I/O and Storage Hierarchy

HEP experiments have several workloads that are more I/O intensive then traditional HPC ones. The I/O patterns can vary considerably often involving small transactions and random patterns. A lot of existing work for experimental HEP applications on HPC has avoided this issue by only running simulation workloads. HEP-CCE is helping support the efficient running of I/O-heavy ‘analysis’ workloads on HPC facilities. At the same time the HPC community has been exploring the ‘storage hierarchy’, and fast storage layers, close to the compute, termed Burst Buffers.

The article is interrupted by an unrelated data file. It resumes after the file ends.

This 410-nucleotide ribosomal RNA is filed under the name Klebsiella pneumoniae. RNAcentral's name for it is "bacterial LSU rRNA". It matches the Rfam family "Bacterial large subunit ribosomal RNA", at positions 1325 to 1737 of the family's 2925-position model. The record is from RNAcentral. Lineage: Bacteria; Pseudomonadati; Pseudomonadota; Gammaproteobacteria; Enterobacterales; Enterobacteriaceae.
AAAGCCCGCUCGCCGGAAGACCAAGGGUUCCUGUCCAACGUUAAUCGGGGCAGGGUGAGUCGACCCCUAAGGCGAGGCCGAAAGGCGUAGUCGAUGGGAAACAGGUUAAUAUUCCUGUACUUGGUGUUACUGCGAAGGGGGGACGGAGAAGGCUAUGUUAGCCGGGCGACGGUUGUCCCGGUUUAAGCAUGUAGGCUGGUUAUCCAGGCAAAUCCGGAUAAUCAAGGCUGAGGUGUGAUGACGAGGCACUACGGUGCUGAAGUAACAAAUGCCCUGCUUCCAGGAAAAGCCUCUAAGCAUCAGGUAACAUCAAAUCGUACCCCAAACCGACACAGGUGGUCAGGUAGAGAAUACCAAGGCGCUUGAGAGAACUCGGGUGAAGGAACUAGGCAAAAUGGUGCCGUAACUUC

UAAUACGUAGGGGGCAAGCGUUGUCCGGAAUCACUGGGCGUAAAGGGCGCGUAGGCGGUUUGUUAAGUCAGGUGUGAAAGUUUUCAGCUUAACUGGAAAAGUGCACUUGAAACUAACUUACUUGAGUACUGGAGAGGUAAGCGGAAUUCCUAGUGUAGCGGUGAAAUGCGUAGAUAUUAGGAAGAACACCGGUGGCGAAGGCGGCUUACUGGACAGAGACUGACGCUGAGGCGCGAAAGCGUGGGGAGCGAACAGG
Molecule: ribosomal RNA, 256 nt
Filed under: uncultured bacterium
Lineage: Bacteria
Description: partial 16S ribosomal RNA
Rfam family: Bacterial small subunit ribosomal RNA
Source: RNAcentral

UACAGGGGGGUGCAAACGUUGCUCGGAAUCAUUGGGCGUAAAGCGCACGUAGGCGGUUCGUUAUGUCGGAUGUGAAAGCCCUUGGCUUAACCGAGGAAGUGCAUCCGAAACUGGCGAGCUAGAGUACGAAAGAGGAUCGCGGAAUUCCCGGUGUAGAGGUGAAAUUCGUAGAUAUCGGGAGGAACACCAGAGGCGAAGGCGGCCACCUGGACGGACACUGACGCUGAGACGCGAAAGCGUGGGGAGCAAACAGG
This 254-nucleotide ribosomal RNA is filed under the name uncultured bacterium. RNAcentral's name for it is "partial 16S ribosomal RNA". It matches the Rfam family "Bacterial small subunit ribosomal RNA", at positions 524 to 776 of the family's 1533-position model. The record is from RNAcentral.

Several HEP experiments have been used as early users for the NERSC Burst Buffer, as reported at CHEP 2016. This work has shown significant performance improvements over traditional file systems, as shown in the figure below for an analysis application for the ATLAS experiment. This has been applied to several HEP/NP/Cosmology workflows showing that I/O is no longer a barrier to these experiments on HPC.

An HEP Collision Point